Sanlam Kenya has posted a half year profit despite being in the red during the same period last year.
Sanlam Kenya has posted a half year profit despite being in the red during the same period last year. (Photo/Sanlam Kenya)

Financial services firm Sanlam Kenya bounced back to profitability by recording a half-year profit for the first six months of 2019, having posted a loss during the same period of review last year.

In a statement by the Nairobi Securities Exchange (NSE) listed firm, financials showed that the company returned a Ksh639.7 million profit for the first half of the year.

This represented a turnaround as by the end of June 2018, Sanlam had recorded a loss of Ksh1.5 billion.

During the announcement of the firm’s half-year earnings for 2019, Sanlam Kenya Group Chief Executive Officer (CEO) Patrick Tumbo attributed the jumping out from the red to the firm’s turnaround strategy.

“At Sanlam Kenya, we have been focusing on the growth of our core insurance business through strategic partnerships, human capital investment, revamped distribution strategy and other sales and marketing initiatives,” he said.

Tumbo added, “This focus has seen us enjoy a growth in core insurance revenues by 17% to Ksh3.65 billion up from Ksh3.11 billion reported over the same period last year, despite an increasingly competitive market environment.”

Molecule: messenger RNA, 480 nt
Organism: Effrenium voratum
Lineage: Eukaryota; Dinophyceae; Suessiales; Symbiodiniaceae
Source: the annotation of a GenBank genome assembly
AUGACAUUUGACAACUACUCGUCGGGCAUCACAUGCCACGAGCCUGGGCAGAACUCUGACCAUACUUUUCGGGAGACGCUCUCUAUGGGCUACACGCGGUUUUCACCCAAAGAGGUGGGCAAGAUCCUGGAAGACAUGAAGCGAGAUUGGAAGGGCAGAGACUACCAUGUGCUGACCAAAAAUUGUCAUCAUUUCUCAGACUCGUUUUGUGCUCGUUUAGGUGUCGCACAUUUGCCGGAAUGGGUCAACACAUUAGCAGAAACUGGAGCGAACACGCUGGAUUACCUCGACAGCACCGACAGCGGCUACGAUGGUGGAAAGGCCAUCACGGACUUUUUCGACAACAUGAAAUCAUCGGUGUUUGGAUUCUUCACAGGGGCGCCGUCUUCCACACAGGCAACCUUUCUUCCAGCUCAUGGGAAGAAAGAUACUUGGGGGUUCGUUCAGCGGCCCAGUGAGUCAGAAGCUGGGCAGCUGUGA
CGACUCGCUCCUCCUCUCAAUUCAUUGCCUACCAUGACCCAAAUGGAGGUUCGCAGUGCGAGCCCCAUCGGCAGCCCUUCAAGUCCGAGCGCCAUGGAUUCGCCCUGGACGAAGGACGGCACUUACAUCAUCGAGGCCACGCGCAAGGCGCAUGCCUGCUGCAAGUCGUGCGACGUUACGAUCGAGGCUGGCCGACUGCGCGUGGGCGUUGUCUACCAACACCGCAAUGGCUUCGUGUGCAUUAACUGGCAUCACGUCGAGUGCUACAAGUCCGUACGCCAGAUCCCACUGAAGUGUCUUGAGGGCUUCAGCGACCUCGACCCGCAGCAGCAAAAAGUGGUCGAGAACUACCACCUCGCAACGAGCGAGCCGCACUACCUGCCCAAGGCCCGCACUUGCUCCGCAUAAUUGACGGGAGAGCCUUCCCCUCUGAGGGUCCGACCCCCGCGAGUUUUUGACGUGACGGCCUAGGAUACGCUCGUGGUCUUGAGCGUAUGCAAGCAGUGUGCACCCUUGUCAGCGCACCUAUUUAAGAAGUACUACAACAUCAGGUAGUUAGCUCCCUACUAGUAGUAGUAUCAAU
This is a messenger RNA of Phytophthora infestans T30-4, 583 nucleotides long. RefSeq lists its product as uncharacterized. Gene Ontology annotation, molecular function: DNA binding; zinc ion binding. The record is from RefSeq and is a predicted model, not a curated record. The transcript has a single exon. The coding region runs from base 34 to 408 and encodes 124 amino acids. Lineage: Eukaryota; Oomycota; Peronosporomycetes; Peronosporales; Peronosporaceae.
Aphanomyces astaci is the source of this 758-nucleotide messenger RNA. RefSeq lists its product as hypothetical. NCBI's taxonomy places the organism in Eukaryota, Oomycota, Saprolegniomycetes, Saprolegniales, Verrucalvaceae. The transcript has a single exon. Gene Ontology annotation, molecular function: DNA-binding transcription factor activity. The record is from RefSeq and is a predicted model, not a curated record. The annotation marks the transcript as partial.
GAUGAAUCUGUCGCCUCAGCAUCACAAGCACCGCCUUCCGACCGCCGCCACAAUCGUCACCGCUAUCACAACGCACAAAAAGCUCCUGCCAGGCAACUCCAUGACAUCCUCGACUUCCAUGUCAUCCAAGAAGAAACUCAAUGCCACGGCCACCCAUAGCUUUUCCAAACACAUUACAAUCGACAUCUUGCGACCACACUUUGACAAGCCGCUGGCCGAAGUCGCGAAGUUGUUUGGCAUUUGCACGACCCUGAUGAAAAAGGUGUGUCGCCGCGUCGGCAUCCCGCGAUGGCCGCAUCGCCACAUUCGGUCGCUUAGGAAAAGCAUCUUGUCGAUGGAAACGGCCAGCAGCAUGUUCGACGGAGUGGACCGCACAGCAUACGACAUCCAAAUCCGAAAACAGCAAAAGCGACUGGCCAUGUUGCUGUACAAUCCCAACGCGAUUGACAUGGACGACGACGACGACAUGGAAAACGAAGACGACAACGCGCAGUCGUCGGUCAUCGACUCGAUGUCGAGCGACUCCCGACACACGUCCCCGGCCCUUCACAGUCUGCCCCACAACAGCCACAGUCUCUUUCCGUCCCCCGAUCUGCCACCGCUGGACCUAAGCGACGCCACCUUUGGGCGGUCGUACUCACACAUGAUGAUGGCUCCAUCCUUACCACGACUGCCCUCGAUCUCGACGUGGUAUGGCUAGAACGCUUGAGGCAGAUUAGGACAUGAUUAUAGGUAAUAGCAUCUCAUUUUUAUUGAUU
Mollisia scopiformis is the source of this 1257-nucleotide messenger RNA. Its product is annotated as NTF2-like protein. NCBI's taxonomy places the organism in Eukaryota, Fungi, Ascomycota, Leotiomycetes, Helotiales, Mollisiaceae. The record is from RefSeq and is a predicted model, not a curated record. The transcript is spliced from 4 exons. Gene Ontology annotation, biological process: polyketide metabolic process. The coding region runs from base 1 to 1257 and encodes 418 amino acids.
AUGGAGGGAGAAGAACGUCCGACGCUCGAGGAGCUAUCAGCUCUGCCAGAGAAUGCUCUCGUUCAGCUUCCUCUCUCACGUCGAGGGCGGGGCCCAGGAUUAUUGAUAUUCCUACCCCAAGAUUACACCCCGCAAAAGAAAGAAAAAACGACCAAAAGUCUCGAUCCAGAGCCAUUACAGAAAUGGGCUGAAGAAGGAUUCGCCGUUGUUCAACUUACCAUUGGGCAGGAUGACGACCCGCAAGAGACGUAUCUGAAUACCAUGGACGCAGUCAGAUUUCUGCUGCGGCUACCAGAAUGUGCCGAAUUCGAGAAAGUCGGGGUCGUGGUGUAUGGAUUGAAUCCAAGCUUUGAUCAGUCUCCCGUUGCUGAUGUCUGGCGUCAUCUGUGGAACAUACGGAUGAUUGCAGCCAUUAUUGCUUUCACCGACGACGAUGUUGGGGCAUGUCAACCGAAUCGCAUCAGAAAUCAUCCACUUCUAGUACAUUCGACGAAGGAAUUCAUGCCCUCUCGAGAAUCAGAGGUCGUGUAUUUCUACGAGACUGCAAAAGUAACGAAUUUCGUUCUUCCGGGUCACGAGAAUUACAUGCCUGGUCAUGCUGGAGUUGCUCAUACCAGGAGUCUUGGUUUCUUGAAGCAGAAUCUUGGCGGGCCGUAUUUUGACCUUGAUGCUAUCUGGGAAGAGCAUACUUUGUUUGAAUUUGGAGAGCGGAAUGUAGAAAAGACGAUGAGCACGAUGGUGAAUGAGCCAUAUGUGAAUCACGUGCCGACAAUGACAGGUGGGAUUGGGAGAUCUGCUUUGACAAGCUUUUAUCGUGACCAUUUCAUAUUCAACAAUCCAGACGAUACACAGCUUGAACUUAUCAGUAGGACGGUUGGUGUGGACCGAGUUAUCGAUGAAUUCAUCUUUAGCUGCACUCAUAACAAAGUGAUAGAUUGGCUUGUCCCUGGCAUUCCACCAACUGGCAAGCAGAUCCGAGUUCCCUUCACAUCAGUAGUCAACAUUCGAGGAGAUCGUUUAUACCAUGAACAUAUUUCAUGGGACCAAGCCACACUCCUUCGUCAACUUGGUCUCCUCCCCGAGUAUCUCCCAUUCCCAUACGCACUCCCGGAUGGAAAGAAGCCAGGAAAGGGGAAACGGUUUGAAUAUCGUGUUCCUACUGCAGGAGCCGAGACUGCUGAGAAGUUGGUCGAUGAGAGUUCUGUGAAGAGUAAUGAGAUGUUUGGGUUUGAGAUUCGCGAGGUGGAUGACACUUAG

Half-year growth, the Sanlam CEO added, was also attributed to improved investment performance and the positive impact of a revision in the statutory interest rate risk margin.  

Sanlam’s total income derived from net earned premiums improved by 84% to Ksh4.6 billion from Ksh2.5 billion in H1 2018. Investments, on the other hand, raised the non-insurance incomes to Ksh1.9 billion compared to Ksh41 million over the same period last year.    

Tumbo also said that efforts to recover Sanlam’s impaired assets amounting to more than Ksh2.2 billion from institutions under financial distress, are still ongoing and remain a top priority for the business this year. 

Some of these firms which Sanlam had expected to boost their revenues include Athi River Mining (ARM-under administration), Real People (a credit only microfinance bank with links in South Africa) and Kaluworks (a metal products manufacturing company owned by the Chandaria family).

Improvement in the firm’s financial results will come as a reprieve following the company’s Ksh1.98 billion loss posted for the full year ended December 2018.

Tumbo had attributed the loss to a difficult operating environment occasioned by the dwindling fortunes of companies mentioned above such as ARM Cement and Real People Kenya.

Financial woes of these firms that Sanlam had invested in had resulted in the loss of around Ksh1.14 billion.

At the same time, the 2018 FY loss was also credited to the revision of the firm’s reserving basis to reflect a more prudent modus oparendi recommended by the Insurance Regulatory Authority (IRA). This, termed by Tumbo as a non-recurring event, led to a reduction in revenues to the tune of Ksh650 million.


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